Long-term goal is to develop an objective rapid non-invasive, in vivo means of measuring personal stress history. We propose to demonstrate and validate the use of tooth enamel as an index of childhood stressor exposures, permanently recorded during enamel biomineralization via "fossilized" incremental growth lines, daily cross-striations as well as longer-range markings, striae of Retzius, broadly analogous to the record of droughts and fires captured in the growth rings of a tree. We have recently shown that an enamel biomarker corresponds to body size and to lamellar bone densitometry, confirming it as a surrogate for other important patterns of body regulation. We hypothesize that: Analysis of enamel in third molar teeth is a biomarker measure of a person's stress history from approximately 8 to 11 years of age. Growing evidence links early life stress exposure and experience, including socio-economic status and harsh/chaotic and/or non-nurturant childhood environments, to adult health trajectories including elevated cardiovascular and other biological risk profiles, impaired immune function, increased risks for multiple chronic conditions, as well as decreased overall longevity, consistent with McEwan's concept of "allostatic load" describing the cumulative physiologic cost of chronic exposure to the neural, neuroendocrine and neuroendocrine-immune regulatory systems'stress responses over the course of an individual's lifetime. An objective record of childhood stressors, containing both linear and cumulative data, rather than a subjective history, would be of extreme clinical value. It would reduce reliance on subjective, and possibly inaccurate or reluctant, reports on distant events and conditions, and on expensive "snapshot" lab tests. Such a record would be crucial in identifying vulnerable individuals who may be at increased risk to a wide range of adverse health outcomes;earlier identification of such individuals would offer opportunities for potentially more effective interventions to avert onset of frank disease pathology. Unlike other biomarkers, tooth enamel is inert and cannot be healed, modified, or collect more stress damage after formation, or during adulthood. Teeth capture overlapping enamel records from as early as 4 months in-utero to as late as 11 years after birth. Anthropologists have long used histological enamel records to measure the influence of a variety of external stressors, including diet, emotional stressors, and disease, in modern, historic, and fossil populations. These data have unequivocally established the tooth enamel record of childhood stressors. We will extend this model to: (1) measure long-term and cumulative stress records, as well as linear short-term acute stressors;(2) non-invasive surface and subsurface imaging;(3) contemporary defined populations. We integrate expertise and emergent technology in the necessary behavioral, dental, histological, surface and subsurface imaging, mathematical, and analytical domains so as to demonstrate that early stress, recorded in tooth enamel, is related to stress-related risk factors known to be associated with illicit drug-seeking leading to addiction. We will define a future non-invasive clinical screening instrument.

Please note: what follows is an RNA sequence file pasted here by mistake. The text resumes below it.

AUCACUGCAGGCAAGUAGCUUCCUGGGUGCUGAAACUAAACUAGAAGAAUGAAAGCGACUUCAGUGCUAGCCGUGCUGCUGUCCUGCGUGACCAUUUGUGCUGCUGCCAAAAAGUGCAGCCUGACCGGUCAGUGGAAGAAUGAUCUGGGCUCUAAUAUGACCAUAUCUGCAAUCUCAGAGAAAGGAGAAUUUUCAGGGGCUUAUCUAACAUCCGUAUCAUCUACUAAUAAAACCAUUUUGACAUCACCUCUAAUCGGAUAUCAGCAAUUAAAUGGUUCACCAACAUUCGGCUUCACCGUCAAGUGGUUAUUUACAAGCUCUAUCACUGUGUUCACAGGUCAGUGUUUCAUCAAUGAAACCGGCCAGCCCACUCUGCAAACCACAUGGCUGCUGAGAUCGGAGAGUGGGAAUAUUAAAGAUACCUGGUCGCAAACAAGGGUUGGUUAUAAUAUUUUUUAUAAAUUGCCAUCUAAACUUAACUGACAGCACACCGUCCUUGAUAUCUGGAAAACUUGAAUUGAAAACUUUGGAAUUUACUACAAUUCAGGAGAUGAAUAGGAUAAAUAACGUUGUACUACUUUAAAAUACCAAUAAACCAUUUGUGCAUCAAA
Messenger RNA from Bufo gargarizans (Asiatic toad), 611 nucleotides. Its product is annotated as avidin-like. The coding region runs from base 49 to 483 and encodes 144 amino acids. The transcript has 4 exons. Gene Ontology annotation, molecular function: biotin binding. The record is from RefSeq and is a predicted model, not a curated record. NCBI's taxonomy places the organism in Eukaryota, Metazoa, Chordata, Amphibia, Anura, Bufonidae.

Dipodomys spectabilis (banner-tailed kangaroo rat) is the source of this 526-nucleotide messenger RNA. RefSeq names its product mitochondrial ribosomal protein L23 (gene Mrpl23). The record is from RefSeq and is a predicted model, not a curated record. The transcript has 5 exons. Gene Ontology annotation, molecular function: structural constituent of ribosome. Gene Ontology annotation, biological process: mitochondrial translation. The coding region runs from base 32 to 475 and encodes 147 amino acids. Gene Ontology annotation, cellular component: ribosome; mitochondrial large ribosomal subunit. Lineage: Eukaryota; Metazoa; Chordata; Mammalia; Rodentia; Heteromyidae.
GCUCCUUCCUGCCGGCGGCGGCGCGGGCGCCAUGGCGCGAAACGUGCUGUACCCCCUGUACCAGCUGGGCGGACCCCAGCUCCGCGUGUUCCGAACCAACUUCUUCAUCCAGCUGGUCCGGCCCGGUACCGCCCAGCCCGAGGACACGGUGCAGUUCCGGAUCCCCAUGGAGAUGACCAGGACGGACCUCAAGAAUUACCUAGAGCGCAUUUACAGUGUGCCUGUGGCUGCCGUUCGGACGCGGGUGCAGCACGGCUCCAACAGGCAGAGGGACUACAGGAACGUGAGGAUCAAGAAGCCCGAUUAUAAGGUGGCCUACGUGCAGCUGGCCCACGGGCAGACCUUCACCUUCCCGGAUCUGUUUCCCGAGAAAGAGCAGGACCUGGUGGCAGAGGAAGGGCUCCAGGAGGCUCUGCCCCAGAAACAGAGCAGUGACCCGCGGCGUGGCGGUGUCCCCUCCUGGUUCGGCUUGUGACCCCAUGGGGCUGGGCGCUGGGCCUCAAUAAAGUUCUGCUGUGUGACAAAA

Public Health Relevance

We propose to demonstrate and validate the use of tooth enamel as an immutable index of childhood stressor exposures, permanently recorded during enamel biomineralization. We seek to relate early stress, recorded in tooth enamel, to adverse childhood environmental stressors, life events, and traumas known to be associated with illicit drug-seeking leading to addiction. Such an objective record would be crucial in identifying vulnerable individuals who may be at increased risk to a wide range of adverse health outcomes;earlier identification of such individuals would offer opportunities for potentially more effective interventions to avert onset of frank disease pathology. We will define a future non-invasive clinical screening instrument.

Agency
National Institute of Health (NIH)
Institute
National Institute on Drug Abuse (NIDA)
Type
Exploratory/Developmental Grants (R21)
Project #
5R21DA031571-02
Application #
8260521
Study Section
Special Emphasis Panel (ZDA1-SXC-E (09))
Program Officer
Gordon, Harold
Project Start
2011-05-01
Project End
2014-04-30
Budget Start
2012-05-01
Budget End
2014-04-30
Support Year
2
Fiscal Year
2012
Total Cost
$199,282
Indirect Cost
$51,294
Name
University of California Los Angeles
Department
Dentistry
Type
Schools of Dentistry
DUNS #
092530369
City
Los Angeles
State
CA
Country
United States
Zip Code
90095
Ajdaharian, Janet; Dadkhah, Mohammad; Sabokpey, Sara et al. (2014) Multimodality imaging of the effects of a novel dentifrice on oral biofilm. Lasers Surg Med 46:546-52